Changing Fleet Mix

So how does a maintenance strategy to support rightsizing differ from a typical plan, and what are the key differences? To begin with, Bachan points out that a rightsizing maintenance support strategy must acknowledge there are fewer “known activities” for the foreseeable future—at least when compared to a typical maintenance strategy—so it can be more difficult to plan ahead, especially when it comes to securing hangar slots at provider facilities.


“A rightsizing program can also be predictable when well-planned, but each event will be different depending on the type of activity in addition to the scheduled tasks such as bridge checks, painting, seating configurations and so on,” Jonas says. 

For the planning phase, the use of software has become increasingly integral for airlines. Operators also are installing software to help in fleet planning as they look for cost and operational gains. 

This year, JetBlue began using the TRAX Interactive Planner for its line maintenance planning, while adopting Airbus’s Smarter Fleet platform’s planning tool for long-term work.

The program, according to Rogoff, has helped eliminate a lot of the manual steps to create work orders, allowing JetBlue’s technical teams to be more strategic in their planning in the face of challenges. “As we saw the airline grow, the planning scenarios quickly became more complex,” he says. “Much like a wing design uses CFD [computational fluid dynamics] to calculate a pressure gradient, or Nastran calculates fatigue stress on a fuselage, planning software can calculate an optimized plan. If the tools can get you a 1%, 5% or 10% improvement on hundreds of millions of dollars, that’s significant.”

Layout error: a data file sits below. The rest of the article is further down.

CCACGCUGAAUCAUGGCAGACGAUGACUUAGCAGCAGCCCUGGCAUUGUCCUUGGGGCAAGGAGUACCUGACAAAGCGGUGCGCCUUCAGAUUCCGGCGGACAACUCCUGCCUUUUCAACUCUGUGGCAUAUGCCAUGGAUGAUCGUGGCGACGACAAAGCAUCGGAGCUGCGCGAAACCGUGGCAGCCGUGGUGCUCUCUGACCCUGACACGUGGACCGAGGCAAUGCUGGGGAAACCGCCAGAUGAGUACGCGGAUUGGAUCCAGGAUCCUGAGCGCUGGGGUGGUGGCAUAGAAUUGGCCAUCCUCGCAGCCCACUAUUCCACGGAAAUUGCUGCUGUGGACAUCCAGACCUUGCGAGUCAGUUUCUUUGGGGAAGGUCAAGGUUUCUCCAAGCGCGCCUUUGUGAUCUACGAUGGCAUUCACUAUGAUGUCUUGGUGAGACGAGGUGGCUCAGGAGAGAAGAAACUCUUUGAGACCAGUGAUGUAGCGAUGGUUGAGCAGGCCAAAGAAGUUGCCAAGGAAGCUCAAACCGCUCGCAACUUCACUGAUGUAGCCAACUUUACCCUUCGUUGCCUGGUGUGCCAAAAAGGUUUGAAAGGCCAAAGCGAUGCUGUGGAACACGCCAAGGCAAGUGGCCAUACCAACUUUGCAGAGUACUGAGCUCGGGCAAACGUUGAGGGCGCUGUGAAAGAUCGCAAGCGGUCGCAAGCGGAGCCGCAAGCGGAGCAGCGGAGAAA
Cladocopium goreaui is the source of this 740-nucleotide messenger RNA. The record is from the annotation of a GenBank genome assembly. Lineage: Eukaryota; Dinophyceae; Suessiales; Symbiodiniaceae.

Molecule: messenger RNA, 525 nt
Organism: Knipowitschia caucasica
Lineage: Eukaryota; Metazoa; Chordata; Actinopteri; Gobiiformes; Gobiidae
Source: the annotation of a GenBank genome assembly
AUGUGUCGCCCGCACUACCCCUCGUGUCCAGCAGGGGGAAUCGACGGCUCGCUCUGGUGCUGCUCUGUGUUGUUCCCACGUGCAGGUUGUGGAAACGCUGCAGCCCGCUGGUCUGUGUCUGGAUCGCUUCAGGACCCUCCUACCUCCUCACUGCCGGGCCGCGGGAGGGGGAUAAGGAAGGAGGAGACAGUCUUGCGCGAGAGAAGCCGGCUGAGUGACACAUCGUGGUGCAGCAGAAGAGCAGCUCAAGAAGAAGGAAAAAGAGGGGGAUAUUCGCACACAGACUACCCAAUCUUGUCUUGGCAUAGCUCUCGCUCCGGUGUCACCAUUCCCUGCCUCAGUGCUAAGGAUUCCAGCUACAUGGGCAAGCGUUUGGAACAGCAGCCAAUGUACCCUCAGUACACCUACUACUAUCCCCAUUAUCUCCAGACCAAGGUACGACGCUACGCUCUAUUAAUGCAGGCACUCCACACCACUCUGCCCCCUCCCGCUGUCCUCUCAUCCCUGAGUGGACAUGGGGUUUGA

Bachan also points out that, from an MRO-needs standpoint, the fleet mix, sizes and types of aircraft may change. This means airlines will need to ensure induction and transfer programs. They  will include bridging checks, redelivery to lessors and the sale of aircraft and material assets, all of which have MRO implications. “The age of aircraft and where they are in their maintenance cycles will also influence the volume of maintenance activity needed to prepare and upkeep the rightsized fleets,” he says.

Although Bachan admits that in a perfect world, scheduled maintenance would be level throughout the year, Jonas stresses that like many other MRO providers, AAR understands its customers need to plan for maximized capacity at peak travel times.

“Our MRO facilities adjust operations to accommodate airlines’ schedules,” Jonas says. “We collaborate closely with our customers, both to understand their requirements and plan ahead in order to deploy our manpower and resources accordingly.” 


Meanwhile, SR Technics’ Ausset points out that a key difference in the company’s maintenance strategy to support rightsizing relates to the turnkey contract, which he says allows for the management of engineering design, production and material procurement services on top of the typical FAA Part 145 MRO work.

“This is a key advantage for the airline, which can trust one partner to cover all of its maintenance requirements, especially cabin modifications tailored to the airline’s needs,” Ausset explains.